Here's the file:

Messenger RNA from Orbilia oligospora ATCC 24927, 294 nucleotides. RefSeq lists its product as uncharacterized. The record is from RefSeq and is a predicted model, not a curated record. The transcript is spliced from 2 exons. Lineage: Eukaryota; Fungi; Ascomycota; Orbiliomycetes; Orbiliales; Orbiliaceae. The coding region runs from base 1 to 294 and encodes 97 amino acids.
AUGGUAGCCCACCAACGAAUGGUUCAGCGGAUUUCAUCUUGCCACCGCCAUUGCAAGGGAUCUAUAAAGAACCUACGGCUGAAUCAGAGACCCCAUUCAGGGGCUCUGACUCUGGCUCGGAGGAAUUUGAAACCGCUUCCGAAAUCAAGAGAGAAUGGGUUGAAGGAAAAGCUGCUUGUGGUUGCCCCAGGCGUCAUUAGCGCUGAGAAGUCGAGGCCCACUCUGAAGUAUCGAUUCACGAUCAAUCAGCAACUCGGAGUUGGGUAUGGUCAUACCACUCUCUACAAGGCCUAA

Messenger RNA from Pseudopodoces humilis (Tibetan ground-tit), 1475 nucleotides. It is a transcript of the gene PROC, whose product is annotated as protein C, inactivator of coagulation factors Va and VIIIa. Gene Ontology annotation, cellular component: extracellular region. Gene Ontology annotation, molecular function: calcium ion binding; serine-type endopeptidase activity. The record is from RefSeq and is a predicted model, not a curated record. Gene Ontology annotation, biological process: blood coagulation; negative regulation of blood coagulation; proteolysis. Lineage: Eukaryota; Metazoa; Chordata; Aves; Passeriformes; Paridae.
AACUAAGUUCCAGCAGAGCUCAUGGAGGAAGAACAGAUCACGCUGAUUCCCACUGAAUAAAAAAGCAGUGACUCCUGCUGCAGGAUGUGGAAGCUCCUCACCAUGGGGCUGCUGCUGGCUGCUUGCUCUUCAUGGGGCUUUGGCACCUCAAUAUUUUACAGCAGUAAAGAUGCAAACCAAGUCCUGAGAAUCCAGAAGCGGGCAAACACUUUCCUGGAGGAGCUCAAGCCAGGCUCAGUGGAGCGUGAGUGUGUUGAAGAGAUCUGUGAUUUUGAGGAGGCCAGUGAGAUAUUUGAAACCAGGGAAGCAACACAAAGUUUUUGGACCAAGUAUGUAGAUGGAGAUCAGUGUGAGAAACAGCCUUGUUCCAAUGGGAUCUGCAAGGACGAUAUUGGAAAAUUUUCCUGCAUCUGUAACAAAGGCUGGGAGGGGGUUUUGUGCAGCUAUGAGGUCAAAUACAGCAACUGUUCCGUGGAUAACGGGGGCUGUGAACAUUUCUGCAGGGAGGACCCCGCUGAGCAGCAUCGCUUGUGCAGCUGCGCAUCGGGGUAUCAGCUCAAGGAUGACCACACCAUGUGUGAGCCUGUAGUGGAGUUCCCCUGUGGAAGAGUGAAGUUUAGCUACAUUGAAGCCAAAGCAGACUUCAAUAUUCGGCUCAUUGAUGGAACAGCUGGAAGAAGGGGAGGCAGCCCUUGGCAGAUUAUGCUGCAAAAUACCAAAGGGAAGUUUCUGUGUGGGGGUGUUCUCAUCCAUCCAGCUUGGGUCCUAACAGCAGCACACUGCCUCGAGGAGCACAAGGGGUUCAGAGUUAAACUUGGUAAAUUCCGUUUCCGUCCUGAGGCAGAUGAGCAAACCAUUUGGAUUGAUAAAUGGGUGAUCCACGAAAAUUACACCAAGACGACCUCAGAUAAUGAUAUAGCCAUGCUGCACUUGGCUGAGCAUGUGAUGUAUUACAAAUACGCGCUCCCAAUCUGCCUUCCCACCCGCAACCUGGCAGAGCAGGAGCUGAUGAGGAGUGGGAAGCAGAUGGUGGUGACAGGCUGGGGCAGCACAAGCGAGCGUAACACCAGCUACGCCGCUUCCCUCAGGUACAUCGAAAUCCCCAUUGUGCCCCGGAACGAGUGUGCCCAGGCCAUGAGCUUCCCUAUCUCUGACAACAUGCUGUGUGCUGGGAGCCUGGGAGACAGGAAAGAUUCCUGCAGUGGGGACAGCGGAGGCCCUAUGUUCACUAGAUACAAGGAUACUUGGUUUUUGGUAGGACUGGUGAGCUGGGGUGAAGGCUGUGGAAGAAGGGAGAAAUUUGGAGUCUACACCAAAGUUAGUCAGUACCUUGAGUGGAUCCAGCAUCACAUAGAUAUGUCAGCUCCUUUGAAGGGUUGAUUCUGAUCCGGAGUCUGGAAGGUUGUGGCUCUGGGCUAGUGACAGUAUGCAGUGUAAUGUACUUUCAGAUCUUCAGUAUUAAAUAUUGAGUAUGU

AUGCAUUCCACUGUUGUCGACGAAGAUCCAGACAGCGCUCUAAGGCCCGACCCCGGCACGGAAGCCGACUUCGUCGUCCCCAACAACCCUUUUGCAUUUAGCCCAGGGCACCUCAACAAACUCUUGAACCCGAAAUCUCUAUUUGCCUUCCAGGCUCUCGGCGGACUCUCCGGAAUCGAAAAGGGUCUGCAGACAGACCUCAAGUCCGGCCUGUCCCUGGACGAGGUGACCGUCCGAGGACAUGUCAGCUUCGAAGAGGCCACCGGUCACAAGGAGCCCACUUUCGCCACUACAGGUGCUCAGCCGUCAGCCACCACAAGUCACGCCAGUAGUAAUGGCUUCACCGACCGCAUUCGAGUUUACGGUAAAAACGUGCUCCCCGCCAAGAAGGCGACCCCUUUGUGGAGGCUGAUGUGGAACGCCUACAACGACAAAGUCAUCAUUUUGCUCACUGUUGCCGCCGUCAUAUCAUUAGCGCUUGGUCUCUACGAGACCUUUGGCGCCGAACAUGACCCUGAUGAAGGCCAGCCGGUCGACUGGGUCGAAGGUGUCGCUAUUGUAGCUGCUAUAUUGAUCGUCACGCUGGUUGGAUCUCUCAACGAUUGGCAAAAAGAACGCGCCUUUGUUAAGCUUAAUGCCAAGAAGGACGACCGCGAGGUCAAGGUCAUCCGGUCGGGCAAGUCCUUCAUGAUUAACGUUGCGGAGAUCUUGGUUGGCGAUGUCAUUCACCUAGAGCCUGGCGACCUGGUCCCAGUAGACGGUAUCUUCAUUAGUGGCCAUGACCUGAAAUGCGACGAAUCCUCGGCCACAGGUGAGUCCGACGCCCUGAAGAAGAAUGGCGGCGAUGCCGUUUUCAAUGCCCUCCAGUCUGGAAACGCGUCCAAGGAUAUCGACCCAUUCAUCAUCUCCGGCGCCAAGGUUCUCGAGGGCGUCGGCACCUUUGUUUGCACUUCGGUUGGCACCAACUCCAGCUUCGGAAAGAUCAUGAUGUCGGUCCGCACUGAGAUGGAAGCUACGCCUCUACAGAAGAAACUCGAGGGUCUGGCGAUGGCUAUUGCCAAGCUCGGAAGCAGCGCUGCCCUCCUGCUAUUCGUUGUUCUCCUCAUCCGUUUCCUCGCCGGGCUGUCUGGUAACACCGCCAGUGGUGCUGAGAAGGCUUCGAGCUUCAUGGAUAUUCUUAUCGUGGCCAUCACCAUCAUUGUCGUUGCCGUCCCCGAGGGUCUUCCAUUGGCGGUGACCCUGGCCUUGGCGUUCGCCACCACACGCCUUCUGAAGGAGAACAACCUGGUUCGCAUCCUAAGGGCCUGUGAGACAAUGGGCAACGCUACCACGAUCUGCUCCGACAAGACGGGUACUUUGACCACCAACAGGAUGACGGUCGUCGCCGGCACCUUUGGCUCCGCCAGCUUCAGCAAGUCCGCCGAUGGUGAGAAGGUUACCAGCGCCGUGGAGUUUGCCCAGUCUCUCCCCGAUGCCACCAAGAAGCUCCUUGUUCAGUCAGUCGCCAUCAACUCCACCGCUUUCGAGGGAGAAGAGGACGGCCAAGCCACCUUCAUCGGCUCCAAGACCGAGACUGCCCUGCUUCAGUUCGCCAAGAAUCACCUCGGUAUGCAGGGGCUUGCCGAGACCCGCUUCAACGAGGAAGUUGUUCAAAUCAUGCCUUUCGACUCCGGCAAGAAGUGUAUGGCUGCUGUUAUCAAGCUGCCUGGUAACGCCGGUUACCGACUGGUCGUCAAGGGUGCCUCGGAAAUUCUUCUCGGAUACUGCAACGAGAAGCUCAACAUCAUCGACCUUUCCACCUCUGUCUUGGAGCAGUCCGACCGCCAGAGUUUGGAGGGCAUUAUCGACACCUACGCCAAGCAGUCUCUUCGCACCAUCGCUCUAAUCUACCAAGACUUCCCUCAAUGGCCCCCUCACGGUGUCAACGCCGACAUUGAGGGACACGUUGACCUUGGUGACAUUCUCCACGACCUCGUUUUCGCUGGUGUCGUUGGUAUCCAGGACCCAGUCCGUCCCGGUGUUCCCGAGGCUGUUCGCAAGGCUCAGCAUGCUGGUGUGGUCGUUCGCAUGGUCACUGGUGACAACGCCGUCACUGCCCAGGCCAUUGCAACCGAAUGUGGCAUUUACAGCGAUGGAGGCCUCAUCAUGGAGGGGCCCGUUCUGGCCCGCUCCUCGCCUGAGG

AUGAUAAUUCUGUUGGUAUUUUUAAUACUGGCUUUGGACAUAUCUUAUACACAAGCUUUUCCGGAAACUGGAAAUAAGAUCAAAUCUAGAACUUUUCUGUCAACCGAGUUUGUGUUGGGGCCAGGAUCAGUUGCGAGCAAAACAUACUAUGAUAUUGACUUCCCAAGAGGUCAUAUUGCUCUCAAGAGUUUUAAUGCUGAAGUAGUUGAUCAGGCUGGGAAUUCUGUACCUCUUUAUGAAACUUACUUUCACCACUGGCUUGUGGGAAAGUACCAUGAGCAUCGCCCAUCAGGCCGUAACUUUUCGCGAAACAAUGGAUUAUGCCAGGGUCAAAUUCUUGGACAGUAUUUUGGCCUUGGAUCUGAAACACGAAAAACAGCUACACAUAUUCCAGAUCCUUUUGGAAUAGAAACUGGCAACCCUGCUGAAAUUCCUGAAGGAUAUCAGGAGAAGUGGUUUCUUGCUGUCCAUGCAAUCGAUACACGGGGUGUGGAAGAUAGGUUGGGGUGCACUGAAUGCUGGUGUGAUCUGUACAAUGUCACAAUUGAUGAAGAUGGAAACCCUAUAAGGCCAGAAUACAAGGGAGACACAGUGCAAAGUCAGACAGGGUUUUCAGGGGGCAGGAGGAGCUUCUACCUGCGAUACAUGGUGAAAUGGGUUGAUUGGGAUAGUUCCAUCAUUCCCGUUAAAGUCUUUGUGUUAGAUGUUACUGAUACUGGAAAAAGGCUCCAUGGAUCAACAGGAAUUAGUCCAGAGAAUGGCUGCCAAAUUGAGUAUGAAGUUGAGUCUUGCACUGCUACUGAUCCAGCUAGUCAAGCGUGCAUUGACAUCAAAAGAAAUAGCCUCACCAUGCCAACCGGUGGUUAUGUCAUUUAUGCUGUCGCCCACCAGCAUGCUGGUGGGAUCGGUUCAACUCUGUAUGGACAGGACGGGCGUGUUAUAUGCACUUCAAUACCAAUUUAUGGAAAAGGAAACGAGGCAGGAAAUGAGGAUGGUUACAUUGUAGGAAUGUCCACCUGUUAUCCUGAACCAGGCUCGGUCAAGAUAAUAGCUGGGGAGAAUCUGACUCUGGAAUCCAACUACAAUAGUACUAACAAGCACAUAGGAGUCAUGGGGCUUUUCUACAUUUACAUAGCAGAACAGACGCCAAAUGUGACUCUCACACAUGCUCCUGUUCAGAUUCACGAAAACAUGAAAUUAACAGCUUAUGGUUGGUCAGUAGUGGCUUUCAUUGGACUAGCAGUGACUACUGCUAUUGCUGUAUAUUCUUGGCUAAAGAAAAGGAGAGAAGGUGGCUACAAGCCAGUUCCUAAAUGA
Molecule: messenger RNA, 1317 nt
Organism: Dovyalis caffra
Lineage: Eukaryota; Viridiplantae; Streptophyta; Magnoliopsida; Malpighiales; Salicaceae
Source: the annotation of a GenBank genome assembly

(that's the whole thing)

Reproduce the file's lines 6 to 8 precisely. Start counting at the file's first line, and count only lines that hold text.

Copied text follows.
AUGAUAAUUCUGUUGGUAUUUUUAAUACUGGCUUUGGACAUAUCUUAUACACAAGCUUUUCCGGAAACUGGAAAUAAGAUCAAAUCUAGAACUUUUCUGUCAACCGAGUUUGUGUUGGGGCCAGGAUCAGUUGCGAGCAAAACAUACUAUGAUAUUGACUUCCCAAGAGGUCAUAUUGCUCUCAAGAGUUUUAAUGCUGAAGUAGUUGAUCAGGCUGGGAAUUCUGUACCUCUUUAUGAAACUUACUUUCACCACUGGCUUGUGGGAAAGUACCAUGAGCAUCGCCCAUCAGGCCGUAACUUUUCGCGAAACAAUGGAUUAUGCCAGGGUCAAAUUCUUGGACAGUAUUUUGGCCUUGGAUCUGAAACACGAAAAACAGCUACACAUAUUCCAGAUCCUUUUGGAAUAGAAACUGGCAACCCUGCUGAAAUUCCUGAAGGAUAUCAGGAGAAGUGGUUUCUUGCUGUCCAUGCAAUCGAUACACGGGGUGUGGAAGAUAGGUUGGGGUGCACUGAAUGCUGGUGUGAUCUGUACAAUGUCACAAUUGAUGAAGAUGGAAACCCUAUAAGGCCAGAAUACAAGGGAGACACAGUGCAAAGUCAGACAGGGUUUUCAGGGGGCAGGAGGAGCUUCUACCUGCGAUACAUGGUGAAAUGGGUUGAUUGGGAUAGUUCCAUCAUUCCCGUUAAAGUCUUUGUGUUAGAUGUUACUGAUACUGGAAAAAGGCUCCAUGGAUCAACAGGAAUUAGUCCAGAGAAUGGCUGCCAAAUUGAGUAUGAAGUUGAGUCUUGCACUGCUACUGAUCCAGCUAGUCAAGCGUGCAUUGACAUCAAAAGAAAUAGCCUCACCAUGCCAACCGGUGGUUAUGUCAUUUAUGCUGUCGCCCACCAGCAUGCUGGUGGGAUCGGUUCAACUCUGUAUGGACAGGACGGGCGUGUUAUAUGCACUUCAAUACCAAUUUAUGGAAAAGGAAACGAGGCAGGAAAUGAGGAUGGUUACAUUGUAGGAAUGUCCACCUGUUAUCCUGAACCAGGCUCGGUCAAGAUAAUAGCUGGGGAGAAUCUGACUCUGGAAUCCAACUACAAUAGUACUAACAAGCACAUAGGAGUCAUGGGGCUUUUCUACAUUUACAUAGCAGAACAGACGCCAAAUGUGACUCUCACACAUGCUCCUGUUCAGAUUCACGAAAACAUGAAAUUAACAGCUUAUGGUUGGUCAGUAGUGGCUUUCAUUGGACUAGCAGUGACUACUGCUAUUGCUGUAUAUUCUUGGCUAAAGAAAAGGAGAGAAGGUGGCUACAAGCCAGUUCCUAAAUGA
Molecule: messenger RNA, 1317 nt
Organism: Dovyalis caffra